Its Facet 55 is relatively lightweight at just 2 pounds 8.8 pounds, however If you’re counting ounces, you’ll pick a model similar to that of the Hyperlite Mountain Gear Southwest 3400. It weighs only 1 2 pounds 15.7 grams for the White model The Southwest 3400 cuts some weight thanks to Dyneema fabrics of the highest quality as well as a more compact suspension and lid-less design. It’s impossible to match the durability and waterproofing of Dyneema which makes the $355 Southwest is a good choice when you plan to thru-hike for months at a stretch or want your bag to endure season after season of heavy use. However, you’ll lose a lot of ventilation when you use the sturdy Dyneema backpanel (which does not compare to that of Gregory’s suspension mesh) however, and we would prefer the Facet’s better arrangement.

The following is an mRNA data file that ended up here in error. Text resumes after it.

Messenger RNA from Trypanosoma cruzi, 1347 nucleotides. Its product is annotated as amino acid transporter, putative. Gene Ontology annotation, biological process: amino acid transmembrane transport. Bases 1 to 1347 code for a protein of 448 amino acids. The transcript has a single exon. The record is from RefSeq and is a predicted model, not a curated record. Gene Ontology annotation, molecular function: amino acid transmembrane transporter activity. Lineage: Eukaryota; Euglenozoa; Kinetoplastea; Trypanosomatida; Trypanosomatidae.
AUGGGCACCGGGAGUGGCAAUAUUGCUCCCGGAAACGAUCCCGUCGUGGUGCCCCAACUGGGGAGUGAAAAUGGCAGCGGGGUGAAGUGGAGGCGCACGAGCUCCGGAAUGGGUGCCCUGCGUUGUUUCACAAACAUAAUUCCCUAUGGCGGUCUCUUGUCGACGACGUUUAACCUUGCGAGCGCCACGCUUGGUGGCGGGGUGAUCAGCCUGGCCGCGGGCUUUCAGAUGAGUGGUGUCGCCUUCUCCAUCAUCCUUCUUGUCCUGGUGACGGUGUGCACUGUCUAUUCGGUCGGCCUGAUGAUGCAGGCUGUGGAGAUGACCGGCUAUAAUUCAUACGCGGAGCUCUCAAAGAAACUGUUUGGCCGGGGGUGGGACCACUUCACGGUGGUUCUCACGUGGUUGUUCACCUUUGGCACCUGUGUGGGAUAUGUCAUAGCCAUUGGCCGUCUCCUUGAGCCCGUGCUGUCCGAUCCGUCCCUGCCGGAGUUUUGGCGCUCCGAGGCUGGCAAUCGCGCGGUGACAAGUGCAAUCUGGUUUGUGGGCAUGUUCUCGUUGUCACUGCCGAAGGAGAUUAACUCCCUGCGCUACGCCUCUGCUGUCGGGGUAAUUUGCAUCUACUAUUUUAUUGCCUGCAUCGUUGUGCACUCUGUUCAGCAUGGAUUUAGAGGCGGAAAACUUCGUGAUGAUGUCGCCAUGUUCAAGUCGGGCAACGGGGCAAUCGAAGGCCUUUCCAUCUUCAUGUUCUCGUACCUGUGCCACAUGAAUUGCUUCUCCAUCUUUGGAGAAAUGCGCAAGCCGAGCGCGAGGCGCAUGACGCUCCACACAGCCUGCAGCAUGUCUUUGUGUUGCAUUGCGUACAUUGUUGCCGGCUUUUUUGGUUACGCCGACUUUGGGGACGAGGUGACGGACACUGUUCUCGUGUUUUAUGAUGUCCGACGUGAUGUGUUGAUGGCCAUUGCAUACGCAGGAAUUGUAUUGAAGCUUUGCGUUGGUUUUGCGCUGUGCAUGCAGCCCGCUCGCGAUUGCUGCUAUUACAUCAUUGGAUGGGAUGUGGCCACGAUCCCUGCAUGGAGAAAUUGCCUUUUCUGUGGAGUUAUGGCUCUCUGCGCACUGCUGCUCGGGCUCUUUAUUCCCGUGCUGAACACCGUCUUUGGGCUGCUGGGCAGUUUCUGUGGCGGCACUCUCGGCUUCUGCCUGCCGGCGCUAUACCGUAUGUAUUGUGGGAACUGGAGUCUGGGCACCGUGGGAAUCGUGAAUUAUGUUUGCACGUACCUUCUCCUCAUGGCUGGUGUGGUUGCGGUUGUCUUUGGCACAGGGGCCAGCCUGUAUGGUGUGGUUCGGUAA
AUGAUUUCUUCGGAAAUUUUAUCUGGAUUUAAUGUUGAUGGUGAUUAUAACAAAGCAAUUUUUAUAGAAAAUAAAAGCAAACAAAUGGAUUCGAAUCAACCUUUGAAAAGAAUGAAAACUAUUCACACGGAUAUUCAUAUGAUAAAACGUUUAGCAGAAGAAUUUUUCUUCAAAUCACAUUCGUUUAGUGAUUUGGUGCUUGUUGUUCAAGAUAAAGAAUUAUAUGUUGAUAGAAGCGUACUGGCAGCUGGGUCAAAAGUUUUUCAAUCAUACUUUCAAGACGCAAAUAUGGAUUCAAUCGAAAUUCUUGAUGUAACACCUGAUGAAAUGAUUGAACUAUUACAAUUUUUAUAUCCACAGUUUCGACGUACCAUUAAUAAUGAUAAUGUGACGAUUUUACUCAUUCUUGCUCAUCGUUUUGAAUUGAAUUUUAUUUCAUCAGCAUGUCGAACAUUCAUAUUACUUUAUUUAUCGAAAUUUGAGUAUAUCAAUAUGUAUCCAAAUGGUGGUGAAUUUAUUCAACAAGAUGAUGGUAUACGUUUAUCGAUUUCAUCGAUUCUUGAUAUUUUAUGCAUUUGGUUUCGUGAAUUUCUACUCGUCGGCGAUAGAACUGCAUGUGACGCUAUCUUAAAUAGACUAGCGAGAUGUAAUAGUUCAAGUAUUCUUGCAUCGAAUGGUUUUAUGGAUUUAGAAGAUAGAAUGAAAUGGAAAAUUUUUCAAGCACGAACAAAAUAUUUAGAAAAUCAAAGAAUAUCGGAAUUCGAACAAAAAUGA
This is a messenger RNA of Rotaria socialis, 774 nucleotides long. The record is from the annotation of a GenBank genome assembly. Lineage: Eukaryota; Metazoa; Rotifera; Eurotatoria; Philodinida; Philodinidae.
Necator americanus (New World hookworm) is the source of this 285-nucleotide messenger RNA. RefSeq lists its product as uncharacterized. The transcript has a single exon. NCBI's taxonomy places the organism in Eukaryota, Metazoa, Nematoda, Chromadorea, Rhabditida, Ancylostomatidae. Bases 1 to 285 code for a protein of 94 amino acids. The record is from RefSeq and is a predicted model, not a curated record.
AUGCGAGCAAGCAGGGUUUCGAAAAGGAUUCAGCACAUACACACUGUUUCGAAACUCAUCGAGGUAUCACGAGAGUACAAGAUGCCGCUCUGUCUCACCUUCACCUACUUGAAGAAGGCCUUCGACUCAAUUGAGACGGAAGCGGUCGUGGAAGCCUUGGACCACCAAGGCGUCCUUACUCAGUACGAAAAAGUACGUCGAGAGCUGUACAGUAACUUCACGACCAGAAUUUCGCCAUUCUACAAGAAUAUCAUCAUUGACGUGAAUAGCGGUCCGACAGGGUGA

Between that between the Hyperlite Southwest as well as the Gregory Facet is an equivalent design of similar to the ULA Circuit. The Circuit is among the most sought-after backpacks on the Pacific Crest Trail and with the reason that it costs 40 dollars more expensive than Facet it comes with high-quality, robust (400D) with waterproof fabric throughout, the capacity of 68 liters (although we think that this might be somewhat exaggerated) and weighs at only 2 pounds 5.3 grams. In spite of its light weight it’s ULA is also a great choice for ease of use, with weight distribution through a suspension hoop foam frame and aluminum stays. The Circuit’s archaic, cushioned backpanel isn’t quite as good as the level of ventilation that you get with the Facet and the organization is hampered somewhat due to the lid-less design. The ULA is a very durable and suitable partner for serious thru hikers however, the Gregory is certainly more modern and will appeal to the weekend warrior or recreational crowd.